And what if, instead of worrying that AI is going to take us over, we teach it our values, just as parents do with their developing children?

Choose to see things differently

Is AI a bad thing?

Maybe.

Is AI a good thing?

Maybe.

How can we make it a good thing? That is the key question.

If you found this of value, please share it with someone.

When life turns upside down…

It’s the end of the week in which life turned upside down where I live.

A couple days in, I was seized by an urge to bake. Every day since, I’ve had porridge with raisins and hot milk for breakfast. I have a no-knead bread recipe on my counter, waiting for the next baking urge to hit.

Comfort baking Continue reading

A little change in social attitude…

*** Time for this post?  Reading…3 minutes. Listening…10 minutes. Considering…at your leisure.

The death phobia that pervades our consumer culture does not serve us well…

We get to indulge in death phobia because commercial interests are right there, ready to step in and do the difficult things for us. In this way, we avoid a lot of discomfort.

But we pay a price for our comfort…and it’s not just in money. We become death illiterate, with no language for what death asks of us and no emotional capacity to recognize that death is asking something of us.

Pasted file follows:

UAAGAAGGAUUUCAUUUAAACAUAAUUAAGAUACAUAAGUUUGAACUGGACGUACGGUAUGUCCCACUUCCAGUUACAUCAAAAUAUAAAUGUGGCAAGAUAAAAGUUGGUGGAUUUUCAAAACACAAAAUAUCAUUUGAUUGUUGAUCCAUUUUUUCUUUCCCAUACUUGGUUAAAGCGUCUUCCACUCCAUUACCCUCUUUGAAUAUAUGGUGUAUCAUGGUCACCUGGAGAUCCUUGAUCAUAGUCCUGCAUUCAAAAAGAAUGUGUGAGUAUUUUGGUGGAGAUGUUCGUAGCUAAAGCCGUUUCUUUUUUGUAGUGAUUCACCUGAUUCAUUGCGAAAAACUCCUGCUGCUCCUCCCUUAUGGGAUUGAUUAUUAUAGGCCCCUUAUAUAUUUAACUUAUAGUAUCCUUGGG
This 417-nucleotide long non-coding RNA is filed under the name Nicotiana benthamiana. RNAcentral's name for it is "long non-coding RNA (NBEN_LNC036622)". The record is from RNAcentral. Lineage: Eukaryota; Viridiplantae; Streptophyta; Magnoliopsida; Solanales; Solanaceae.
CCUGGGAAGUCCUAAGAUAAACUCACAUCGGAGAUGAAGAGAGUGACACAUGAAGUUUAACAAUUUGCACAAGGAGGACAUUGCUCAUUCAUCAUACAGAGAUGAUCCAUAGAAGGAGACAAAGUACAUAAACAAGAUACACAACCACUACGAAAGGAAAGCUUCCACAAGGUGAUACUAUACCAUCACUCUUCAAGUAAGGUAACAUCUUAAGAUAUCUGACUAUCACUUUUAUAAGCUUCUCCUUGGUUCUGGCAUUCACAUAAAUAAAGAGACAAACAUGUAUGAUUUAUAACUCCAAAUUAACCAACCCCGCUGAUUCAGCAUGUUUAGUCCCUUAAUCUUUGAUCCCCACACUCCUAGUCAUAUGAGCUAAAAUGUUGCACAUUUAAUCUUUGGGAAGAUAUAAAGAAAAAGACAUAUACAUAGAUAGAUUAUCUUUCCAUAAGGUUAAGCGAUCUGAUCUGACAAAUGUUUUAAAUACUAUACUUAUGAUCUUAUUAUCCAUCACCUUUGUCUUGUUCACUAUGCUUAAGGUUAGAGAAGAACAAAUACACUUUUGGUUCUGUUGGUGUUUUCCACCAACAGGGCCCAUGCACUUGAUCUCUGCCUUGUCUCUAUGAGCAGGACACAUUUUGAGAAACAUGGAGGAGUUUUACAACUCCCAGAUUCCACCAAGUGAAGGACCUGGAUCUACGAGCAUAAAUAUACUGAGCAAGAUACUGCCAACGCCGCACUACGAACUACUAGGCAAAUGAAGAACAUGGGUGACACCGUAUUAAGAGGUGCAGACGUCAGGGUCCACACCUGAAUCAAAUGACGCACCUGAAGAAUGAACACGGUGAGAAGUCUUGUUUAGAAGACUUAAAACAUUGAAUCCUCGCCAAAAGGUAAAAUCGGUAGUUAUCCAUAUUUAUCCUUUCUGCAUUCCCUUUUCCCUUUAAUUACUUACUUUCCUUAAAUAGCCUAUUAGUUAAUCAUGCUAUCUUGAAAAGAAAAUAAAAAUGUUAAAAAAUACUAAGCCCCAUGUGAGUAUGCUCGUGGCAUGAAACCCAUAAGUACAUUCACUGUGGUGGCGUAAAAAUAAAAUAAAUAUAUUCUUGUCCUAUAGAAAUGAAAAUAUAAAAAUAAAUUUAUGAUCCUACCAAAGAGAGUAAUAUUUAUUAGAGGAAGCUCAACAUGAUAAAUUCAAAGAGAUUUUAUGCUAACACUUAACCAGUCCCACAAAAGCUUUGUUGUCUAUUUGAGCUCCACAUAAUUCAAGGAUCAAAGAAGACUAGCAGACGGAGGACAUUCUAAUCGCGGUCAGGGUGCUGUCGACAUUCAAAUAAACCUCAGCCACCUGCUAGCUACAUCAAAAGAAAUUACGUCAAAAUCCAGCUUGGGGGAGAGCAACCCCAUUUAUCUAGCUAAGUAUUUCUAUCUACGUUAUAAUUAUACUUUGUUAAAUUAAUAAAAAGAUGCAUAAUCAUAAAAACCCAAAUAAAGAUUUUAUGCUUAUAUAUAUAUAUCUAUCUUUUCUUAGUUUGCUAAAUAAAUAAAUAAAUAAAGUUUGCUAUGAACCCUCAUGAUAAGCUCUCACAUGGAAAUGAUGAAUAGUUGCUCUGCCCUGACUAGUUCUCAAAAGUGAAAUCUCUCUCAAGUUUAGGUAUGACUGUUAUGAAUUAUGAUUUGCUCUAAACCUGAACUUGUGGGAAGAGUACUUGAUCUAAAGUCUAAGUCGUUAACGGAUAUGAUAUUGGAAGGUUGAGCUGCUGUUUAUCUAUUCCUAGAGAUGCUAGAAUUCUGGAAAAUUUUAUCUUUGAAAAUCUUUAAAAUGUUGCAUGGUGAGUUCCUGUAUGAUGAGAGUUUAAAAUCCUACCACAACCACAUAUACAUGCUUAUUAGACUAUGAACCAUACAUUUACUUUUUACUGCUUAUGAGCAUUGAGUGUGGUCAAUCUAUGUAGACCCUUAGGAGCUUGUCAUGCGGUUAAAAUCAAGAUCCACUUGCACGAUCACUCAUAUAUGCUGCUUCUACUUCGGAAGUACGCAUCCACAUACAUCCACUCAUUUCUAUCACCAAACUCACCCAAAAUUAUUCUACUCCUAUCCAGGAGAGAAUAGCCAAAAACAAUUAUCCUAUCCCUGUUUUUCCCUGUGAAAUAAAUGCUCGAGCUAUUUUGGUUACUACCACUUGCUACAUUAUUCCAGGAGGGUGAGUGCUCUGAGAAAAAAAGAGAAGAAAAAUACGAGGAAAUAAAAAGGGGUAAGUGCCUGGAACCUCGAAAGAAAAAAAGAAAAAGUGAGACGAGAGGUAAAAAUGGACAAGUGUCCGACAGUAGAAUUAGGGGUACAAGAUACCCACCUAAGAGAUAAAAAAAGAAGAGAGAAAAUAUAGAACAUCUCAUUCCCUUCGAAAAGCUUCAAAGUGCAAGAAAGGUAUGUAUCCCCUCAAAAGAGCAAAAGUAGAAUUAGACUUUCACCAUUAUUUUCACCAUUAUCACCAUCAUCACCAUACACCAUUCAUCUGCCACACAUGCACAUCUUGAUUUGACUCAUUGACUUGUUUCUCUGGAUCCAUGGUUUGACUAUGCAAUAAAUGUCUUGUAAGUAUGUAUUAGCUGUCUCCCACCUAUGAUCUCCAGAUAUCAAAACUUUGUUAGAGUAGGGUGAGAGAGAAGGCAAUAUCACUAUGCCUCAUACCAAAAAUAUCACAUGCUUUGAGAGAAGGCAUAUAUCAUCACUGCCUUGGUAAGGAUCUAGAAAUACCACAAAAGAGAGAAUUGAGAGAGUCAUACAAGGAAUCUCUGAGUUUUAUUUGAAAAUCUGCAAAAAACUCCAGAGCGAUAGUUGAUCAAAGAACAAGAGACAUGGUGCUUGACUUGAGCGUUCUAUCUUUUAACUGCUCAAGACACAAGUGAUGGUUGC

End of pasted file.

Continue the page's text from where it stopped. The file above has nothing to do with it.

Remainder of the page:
The cultural story…

Continue reading

Only time will tell the whole story.

I welcome reader comments on my blog. They get me thinking. Here’s one, in response to my post, written after I tripped and gave myself a black eye.

Great blog today. I love how an unfortunate event becomes blog fodder. 😊

It made me aware that I hadn’t actually thought of my black eye as unfortunate. And with that awareness, I remembered the story that first shifted my thinking about good and bad fortune.

Here’s a charming version, narrated by philosopher, writer, and speaker, Alan Watts. Born in England, he moved to the US in 1938 and began Zen training in New York. Watts, who died in 1973, is best known as an early interpreter and popularizer of Eastern philosophy for a Western audience.

So what can we make of this ancient teaching?

Continue reading